The Philosophy of Poetry

ISBN : 9780199603671

John Gibson
272 Pages
160 x 227 mm
Pub date
May 2015
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In recent years philosophers have produced important books on nearly all the major arts: the novel and painting, music and theatre, dance and architecture, conceptual art and even gardening. Poetry is the sole exception. This is an astonishing omission, one this collection of original essays will correct. If contemporary philosophy still regards metaphors such as 'Juliet is the sun' as a serious problem, one has an acute sense of how prepared it is to make philosophical and aesthetic sense of poems such W. B. Yeats's 'The Second Coming', Sylvia Plath's 'Daddy', or Paul Celan's 'Todesfuge'. The Philosophy of Poetry brings together philosophers of art, language, and mind to expose and address the array of problems poetry raises for philosophy. In doing so it lays the foundation for a proper philosophy of poetry, setting out the various puzzles and paradoxes that future work in the field will have to address. Given its breadth of approach, the volume is relevant not only to aesthetics but to all areas of philosophy concerned with meaning, truth, and the communicative and expressive powers of language more generally. Poetry is the last unexplored frontier in contemporary analytic aesthetics, and this volume offers a powerful demonstration of how central poetry should be to philosophy.


1. Semantic Finegrainedness and Poetic Value
2. The Dense and the Transparent: Reconciling Opposites
3. Poetic Opacity: How to Paint Things with Words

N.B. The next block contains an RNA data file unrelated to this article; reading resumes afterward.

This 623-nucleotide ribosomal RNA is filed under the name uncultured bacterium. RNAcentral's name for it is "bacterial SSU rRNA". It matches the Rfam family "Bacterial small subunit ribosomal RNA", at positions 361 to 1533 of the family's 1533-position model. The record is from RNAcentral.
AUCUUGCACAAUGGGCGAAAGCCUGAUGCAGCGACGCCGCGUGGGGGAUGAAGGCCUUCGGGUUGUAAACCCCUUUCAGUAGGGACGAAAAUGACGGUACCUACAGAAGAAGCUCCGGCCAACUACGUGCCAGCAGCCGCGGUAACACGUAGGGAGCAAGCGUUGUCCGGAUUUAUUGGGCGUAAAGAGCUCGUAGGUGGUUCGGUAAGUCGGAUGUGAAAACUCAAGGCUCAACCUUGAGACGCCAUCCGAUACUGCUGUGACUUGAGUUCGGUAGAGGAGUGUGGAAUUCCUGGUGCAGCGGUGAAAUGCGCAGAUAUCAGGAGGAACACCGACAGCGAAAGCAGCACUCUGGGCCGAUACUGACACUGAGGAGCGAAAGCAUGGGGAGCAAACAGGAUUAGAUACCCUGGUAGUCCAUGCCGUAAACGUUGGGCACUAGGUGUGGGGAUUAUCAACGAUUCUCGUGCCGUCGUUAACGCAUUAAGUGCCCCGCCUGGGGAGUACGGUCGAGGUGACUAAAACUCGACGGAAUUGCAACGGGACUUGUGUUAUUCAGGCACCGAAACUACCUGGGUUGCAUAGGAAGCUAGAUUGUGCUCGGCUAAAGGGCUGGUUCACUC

4. Unreadable Poems and How They Mean
5. Can an Analytic Philosopher Read Poetry?
6. The Spoken and the Written: An Ontology of Poetic Works
7. Poetry & Truth
8. Poetry's Knowing: So What Do We Know?
9. Celan's Song: Pictures, Poetry, and Epistemic Value
10. The Inner Paradise
11. 'To Think Exactly and Courageously': Poetry, Ingeborg Bachmann's Poetics, and her Bohemia Poem

About the author: 

John Gibson is Associate Professor of Philosophy at the University of Louisville. His research focuses on topics in the philosophy of literature and aesthetics. He is the author of Fiction and the Weave of Life (OUP, 2007) and coeditor of Narrative, Emotion and Insight (Pennsylvania State University Press, 2011), The Literary Wittgenstein (Routledge, 2004), A Sense of The World: Essays on Fiction, Narrative, and Knowledge (Routledge, 2007), and the forthcoming The Routledge Companion to Philosophy of Literature. He is currently working on a manuscript titled Poetry, Metaphor, and Nonsense: An Essay on Meaning.

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